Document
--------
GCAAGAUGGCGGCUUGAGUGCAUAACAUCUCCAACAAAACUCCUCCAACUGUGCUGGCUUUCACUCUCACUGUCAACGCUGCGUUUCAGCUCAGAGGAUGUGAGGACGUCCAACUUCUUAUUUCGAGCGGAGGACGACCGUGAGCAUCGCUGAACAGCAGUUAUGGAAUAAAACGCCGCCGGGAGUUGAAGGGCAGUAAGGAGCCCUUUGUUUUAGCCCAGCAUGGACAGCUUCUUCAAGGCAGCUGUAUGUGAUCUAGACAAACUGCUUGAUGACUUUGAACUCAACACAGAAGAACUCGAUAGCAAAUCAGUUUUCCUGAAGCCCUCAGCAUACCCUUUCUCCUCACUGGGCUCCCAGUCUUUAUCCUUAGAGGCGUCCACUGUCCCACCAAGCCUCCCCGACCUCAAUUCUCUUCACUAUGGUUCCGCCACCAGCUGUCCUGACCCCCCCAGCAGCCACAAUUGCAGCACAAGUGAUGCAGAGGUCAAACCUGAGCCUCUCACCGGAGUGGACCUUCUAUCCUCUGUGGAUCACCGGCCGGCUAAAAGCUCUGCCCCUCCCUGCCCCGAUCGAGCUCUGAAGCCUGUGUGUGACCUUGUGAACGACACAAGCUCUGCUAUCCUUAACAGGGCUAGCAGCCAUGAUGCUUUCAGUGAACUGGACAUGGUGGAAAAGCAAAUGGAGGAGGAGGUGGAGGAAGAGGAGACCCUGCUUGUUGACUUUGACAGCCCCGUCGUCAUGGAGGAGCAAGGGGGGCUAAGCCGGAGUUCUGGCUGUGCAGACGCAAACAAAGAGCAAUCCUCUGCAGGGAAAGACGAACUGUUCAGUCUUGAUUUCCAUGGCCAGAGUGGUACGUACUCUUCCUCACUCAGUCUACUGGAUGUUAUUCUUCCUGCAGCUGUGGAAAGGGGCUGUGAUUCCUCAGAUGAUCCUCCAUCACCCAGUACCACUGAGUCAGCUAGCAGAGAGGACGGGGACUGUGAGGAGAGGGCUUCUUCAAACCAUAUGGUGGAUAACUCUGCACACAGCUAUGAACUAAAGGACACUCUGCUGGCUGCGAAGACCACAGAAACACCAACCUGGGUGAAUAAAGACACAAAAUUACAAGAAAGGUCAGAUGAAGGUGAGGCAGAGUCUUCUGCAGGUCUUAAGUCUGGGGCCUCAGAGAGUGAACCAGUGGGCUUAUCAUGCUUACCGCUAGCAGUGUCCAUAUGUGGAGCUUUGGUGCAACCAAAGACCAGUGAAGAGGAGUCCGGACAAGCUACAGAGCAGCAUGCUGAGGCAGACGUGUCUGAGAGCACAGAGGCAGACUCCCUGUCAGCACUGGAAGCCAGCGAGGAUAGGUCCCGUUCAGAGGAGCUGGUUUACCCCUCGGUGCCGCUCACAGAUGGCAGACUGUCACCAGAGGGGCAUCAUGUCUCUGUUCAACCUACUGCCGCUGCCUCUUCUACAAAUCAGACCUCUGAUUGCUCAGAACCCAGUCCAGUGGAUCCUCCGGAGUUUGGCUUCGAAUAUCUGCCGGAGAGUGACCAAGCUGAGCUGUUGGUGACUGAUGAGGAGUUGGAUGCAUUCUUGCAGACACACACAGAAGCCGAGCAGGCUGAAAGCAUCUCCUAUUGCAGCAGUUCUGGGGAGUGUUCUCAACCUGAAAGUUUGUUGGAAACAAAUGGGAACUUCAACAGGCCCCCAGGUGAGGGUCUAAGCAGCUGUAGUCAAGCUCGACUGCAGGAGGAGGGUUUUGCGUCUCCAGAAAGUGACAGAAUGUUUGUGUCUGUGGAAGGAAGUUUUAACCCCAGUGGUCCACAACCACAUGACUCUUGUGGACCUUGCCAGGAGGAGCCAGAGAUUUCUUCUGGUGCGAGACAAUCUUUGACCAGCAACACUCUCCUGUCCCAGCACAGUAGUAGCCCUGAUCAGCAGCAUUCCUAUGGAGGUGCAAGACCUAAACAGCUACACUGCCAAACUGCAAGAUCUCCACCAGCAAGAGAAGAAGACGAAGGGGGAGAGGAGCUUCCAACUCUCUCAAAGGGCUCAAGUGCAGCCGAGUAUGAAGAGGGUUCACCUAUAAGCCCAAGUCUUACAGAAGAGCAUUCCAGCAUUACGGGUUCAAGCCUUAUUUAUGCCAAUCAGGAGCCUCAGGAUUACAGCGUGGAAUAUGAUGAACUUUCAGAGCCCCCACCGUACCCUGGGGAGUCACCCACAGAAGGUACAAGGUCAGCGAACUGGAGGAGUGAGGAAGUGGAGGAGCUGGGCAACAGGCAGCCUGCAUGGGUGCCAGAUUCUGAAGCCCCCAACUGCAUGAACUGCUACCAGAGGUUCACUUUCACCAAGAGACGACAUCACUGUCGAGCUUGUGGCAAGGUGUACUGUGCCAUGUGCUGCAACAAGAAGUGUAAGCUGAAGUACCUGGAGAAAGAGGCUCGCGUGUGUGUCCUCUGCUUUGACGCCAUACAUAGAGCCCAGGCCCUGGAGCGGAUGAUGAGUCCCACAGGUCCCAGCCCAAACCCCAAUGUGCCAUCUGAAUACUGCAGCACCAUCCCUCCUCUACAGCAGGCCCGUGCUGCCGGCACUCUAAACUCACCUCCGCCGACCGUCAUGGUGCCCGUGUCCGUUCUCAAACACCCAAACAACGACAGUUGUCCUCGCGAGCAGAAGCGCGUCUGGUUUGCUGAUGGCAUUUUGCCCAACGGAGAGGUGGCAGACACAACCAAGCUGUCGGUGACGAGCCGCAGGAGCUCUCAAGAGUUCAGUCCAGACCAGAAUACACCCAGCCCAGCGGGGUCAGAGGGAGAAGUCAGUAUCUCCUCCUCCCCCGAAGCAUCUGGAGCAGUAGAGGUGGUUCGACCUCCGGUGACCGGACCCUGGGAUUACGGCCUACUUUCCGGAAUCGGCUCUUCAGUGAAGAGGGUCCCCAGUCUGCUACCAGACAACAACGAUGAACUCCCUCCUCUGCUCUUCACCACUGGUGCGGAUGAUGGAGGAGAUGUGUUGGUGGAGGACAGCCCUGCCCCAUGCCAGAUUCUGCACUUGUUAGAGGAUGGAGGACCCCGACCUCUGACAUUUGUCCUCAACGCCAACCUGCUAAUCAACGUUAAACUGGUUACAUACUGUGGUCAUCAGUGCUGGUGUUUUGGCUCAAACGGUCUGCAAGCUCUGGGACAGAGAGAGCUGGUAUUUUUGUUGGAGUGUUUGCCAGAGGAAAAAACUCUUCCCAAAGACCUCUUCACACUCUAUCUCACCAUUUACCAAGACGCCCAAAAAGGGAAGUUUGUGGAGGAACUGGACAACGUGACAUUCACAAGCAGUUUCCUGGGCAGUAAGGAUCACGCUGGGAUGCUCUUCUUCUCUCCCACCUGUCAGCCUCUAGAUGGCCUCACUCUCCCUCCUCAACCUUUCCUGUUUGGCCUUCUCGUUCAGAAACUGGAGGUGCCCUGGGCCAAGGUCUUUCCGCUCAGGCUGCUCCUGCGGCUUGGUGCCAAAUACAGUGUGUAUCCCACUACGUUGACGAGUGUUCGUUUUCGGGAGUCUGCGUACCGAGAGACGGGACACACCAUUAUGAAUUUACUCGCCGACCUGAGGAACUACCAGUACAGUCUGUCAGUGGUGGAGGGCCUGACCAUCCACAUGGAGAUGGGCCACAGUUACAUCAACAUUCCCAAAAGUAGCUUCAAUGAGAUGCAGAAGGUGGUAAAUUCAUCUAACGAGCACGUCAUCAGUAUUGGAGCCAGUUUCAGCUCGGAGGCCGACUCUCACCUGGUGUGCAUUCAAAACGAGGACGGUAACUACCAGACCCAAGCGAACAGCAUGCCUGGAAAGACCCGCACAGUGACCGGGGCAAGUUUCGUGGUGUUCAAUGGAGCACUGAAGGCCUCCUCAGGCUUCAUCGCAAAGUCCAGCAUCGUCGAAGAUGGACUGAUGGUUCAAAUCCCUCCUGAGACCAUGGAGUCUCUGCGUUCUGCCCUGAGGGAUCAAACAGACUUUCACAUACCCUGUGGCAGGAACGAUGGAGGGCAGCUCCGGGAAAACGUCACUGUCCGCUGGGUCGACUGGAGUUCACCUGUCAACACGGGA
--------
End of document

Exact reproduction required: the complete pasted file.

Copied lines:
GCAAGAUGGCGGCUUGAGUGCAUAACAUCUCCAACAAAACUCCUCCAACUGUGCUGGCUUUCACUCUCACUGUCAACGCUGCGUUUCAGCUCAGAGGAUGUGAGGACGUCCAACUUCUUAUUUCGAGCGGAGGACGACCGUGAGCAUCGCUGAACAGCAGUUAUGGAAUAAAACGCCGCCGGGAGUUGAAGGGCAGUAAGGAGCCCUUUGUUUUAGCCCAGCAUGGACAGCUUCUUCAAGGCAGCUGUAUGUGAUCUAGACAAACUGCUUGAUGACUUUGAACUCAACACAGAAGAACUCGAUAGCAAAUCAGUUUUCCUGAAGCCCUCAGCAUACCCUUUCUCCUCACUGGGCUCCCAGUCUUUAUCCUUAGAGGCGUCCACUGUCCCACCAAGCCUCCCCGACCUCAAUUCUCUUCACUAUGGUUCCGCCACCAGCUGUCCUGACCCCCCCAGCAGCCACAAUUGCAGCACAAGUGAUGCAGAGGUCAAACCUGAGCCUCUCACCGGAGUGGACCUUCUAUCCUCUGUGGAUCACCGGCCGGCUAAAAGCUCUGCCCCUCCCUGCCCCGAUCGAGCUCUGAAGCCUGUGUGUGACCUUGUGAACGACACAAGCUCUGCUAUCCUUAACAGGGCUAGCAGCCAUGAUGCUUUCAGUGAACUGGACAUGGUGGAAAAGCAAAUGGAGGAGGAGGUGGAGGAAGAGGAGACCCUGCUUGUUGACUUUGACAGCCCCGUCGUCAUGGAGGAGCAAGGGGGGCUAAGCCGGAGUUCUGGCUGUGCAGACGCAAACAAAGAGCAAUCCUCUGCAGGGAAAGACGAACUGUUCAGUCUUGAUUUCCAUGGCCAGAGUGGUACGUACUCUUCCUCACUCAGUCUACUGGAUGUUAUUCUUCCUGCAGCUGUGGAAAGGGGCUGUGAUUCCUCAGAUGAUCCUCCAUCACCCAGUACCACUGAGUCAGCUAGCAGAGAGGACGGGGACUGUGAGGAGAGGGCUUCUUCAAACCAUAUGGUGGAUAACUCUGCACACAGCUAUGAACUAAAGGACACUCUGCUGGCUGCGAAGACCACAGAAACACCAACCUGGGUGAAUAAAGACACAAAAUUACAAGAAAGGUCAGAUGAAGGUGAGGCAGAGUCUUCUGCAGGUCUUAAGUCUGGGGCCUCAGAGAGUGAACCAGUGGGCUUAUCAUGCUUACCGCUAGCAGUGUCCAUAUGUGGAGCUUUGGUGCAACCAAAGACCAGUGAAGAGGAGUCCGGACAAGCUACAGAGCAGCAUGCUGAGGCAGACGUGUCUGAGAGCACAGAGGCAGACUCCCUGUCAGCACUGGAAGCCAGCGAGGAUAGGUCCCGUUCAGAGGAGCUGGUUUACCCCUCGGUGCCGCUCACAGAUGGCAGACUGUCACCAGAGGGGCAUCAUGUCUCUGUUCAACCUACUGCCGCUGCCUCUUCUACAAAUCAGACCUCUGAUUGCUCAGAACCCAGUCCAGUGGAUCCUCCGGAGUUUGGCUUCGAAUAUCUGCCGGAGAGUGACCAAGCUGAGCUGUUGGUGACUGAUGAGGAGUUGGAUGCAUUCUUGCAGACACACACAGAAGCCGAGCAGGCUGAAAGCAUCUCCUAUUGCAGCAGUUCUGGGGAGUGUUCUCAACCUGAAAGUUUGUUGGAAACAAAUGGGAACUUCAACAGGCCCCCAGGUGAGGGUCUAAGCAGCUGUAGUCAAGCUCGACUGCAGGAGGAGGGUUUUGCGUCUCCAGAAAGUGACAGAAUGUUUGUGUCUGUGGAAGGAAGUUUUAACCCCAGUGGUCCACAACCACAUGACUCUUGUGGACCUUGCCAGGAGGAGCCAGAGAUUUCUUCUGGUGCGAGACAAUCUUUGACCAGCAACACUCUCCUGUCCCAGCACAGUAGUAGCCCUGAUCAGCAGCAUUCCUAUGGAGGUGCAAGACCUAAACAGCUACACUGCCAAACUGCAAGAUCUCCACCAGCAAGAGAAGAAGACGAAGGGGGAGAGGAGCUUCCAACUCUCUCAAAGGGCUCAAGUGCAGCCGAGUAUGAAGAGGGUUCACCUAUAAGCCCAAGUCUUACAGAAGAGCAUUCCAGCAUUACGGGUUCAAGCCUUAUUUAUGCCAAUCAGGAGCCUCAGGAUUACAGCGUGGAAUAUGAUGAACUUUCAGAGCCCCCACCGUACCCUGGGGAGUCACCCACAGAAGGUACAAGGUCAGCGAACUGGAGGAGUGAGGAAGUGGAGGAGCUGGGCAACAGGCAGCCUGCAUGGGUGCCAGAUUCUGAAGCCCCCAACUGCAUGAACUGCUACCAGAGGUUCACUUUCACCAAGAGACGACAUCACUGUCGAGCUUGUGGCAAGGUGUACUGUGCCAUGUGCUGCAACAAGAAGUGUAAGCUGAAGUACCUGGAGAAAGAGGCUCGCGUGUGUGUCCUCUGCUUUGACGCCAUACAUAGAGCCCAGGCCCUGGAGCGGAUGAUGAGUCCCACAGGUCCCAGCCCAAACCCCAAUGUGCCAUCUGAAUACUGCAGCACCAUCCCUCCUCUACAGCAGGCCCGUGCUGCCGGCACUCUAAACUCACCUCCGCCGACCGUCAUGGUGCCCGUGUCCGUUCUCAAACACCCAAACAACGACAGUUGUCCUCGCGAGCAGAAGCGCGUCUGGUUUGCUGAUGGCAUUUUGCCCAACGGAGAGGUGGCAGACACAACCAAGCUGUCGGUGACGAGCCGCAGGAGCUCUCAAGAGUUCAGUCCAGACCAGAAUACACCCAGCCCAGCGGGGUCAGAGGGAGAAGUCAGUAUCUCCUCCUCCCCCGAAGCAUCUGGAGCAGUAGAGGUGGUUCGACCUCCGGUGACCGGACCCUGGGAUUACGGCCUACUUUCCGGAAUCGGCUCUUCAGUGAAGAGGGUCCCCAGUCUGCUACCAGACAACAACGAUGAACUCCCUCCUCUGCUCUUCACCACUGGUGCGGAUGAUGGAGGAGAUGUGUUGGUGGAGGACAGCCCUGCCCCAUGCCAGAUUCUGCACUUGUUAGAGGAUGGAGGACCCCGACCUCUGACAUUUGUCCUCAACGCCAACCUGCUAAUCAACGUUAAACUGGUUACAUACUGUGGUCAUCAGUGCUGGUGUUUUGGCUCAAACGGUCUGCAAGCUCUGGGACAGAGAGAGCUGGUAUUUUUGUUGGAGUGUUUGCCAGAGGAAAAAACUCUUCCCAAAGACCUCUUCACACUCUAUCUCACCAUUUACCAAGACGCCCAAAAAGGGAAGUUUGUGGAGGAACUGGACAACGUGACAUUCACAAGCAGUUUCCUGGGCAGUAAGGAUCACGCUGGGAUGCUCUUCUUCUCUCCCACCUGUCAGCCUCUAGAUGGCCUCACUCUCCCUCCUCAACCUUUCCUGUUUGGCCUUCUCGUUCAGAAACUGGAGGUGCCCUGGGCCAAGGUCUUUCCGCUCAGGCUGCUCCUGCGGCUUGGUGCCAAAUACAGUGUGUAUCCCACUACGUUGACGAGUGUUCGUUUUCGGGAGUCUGCGUACCGAGAGACGGGACACACCAUUAUGAAUUUACUCGCCGACCUGAGGAACUACCAGUACAGUCUGUCAGUGGUGGAGGGCCUGACCAUCCACAUGGAGAUGGGCCACAGUUACAUCAACAUUCCCAAAAGUAGCUUCAAUGAGAUGCAGAAGGUGGUAAAUUCAUCUAACGAGCACGUCAUCAGUAUUGGAGCCAGUUUCAGCUCGGAGGCCGACUCUCACCUGGUGUGCAUUCAAAACGAGGACGGUAACUACCAGACCCAAGCGAACAGCAUGCCUGGAAAGACCCGCACAGUGACCGGGGCAAGUUUCGUGGUGUUCAAUGGAGCACUGAAGGCCUCCUCAGGCUUCAUCGCAAAGUCCAGCAUCGUCGAAGAUGGACUGAUGGUUCAAAUCCCUCCUGAGACCAUGGAGUCUCUGCGUUCUGCCCUGAGGGAUCAAACAGACUUUCACAUACCCUGUGGCAGGAACGAUGGAGGGCAGCUCCGGGAAAACGUCACUGUCCGCUGGGUCGACUGGAGUUCACCUGUCAACACGGGA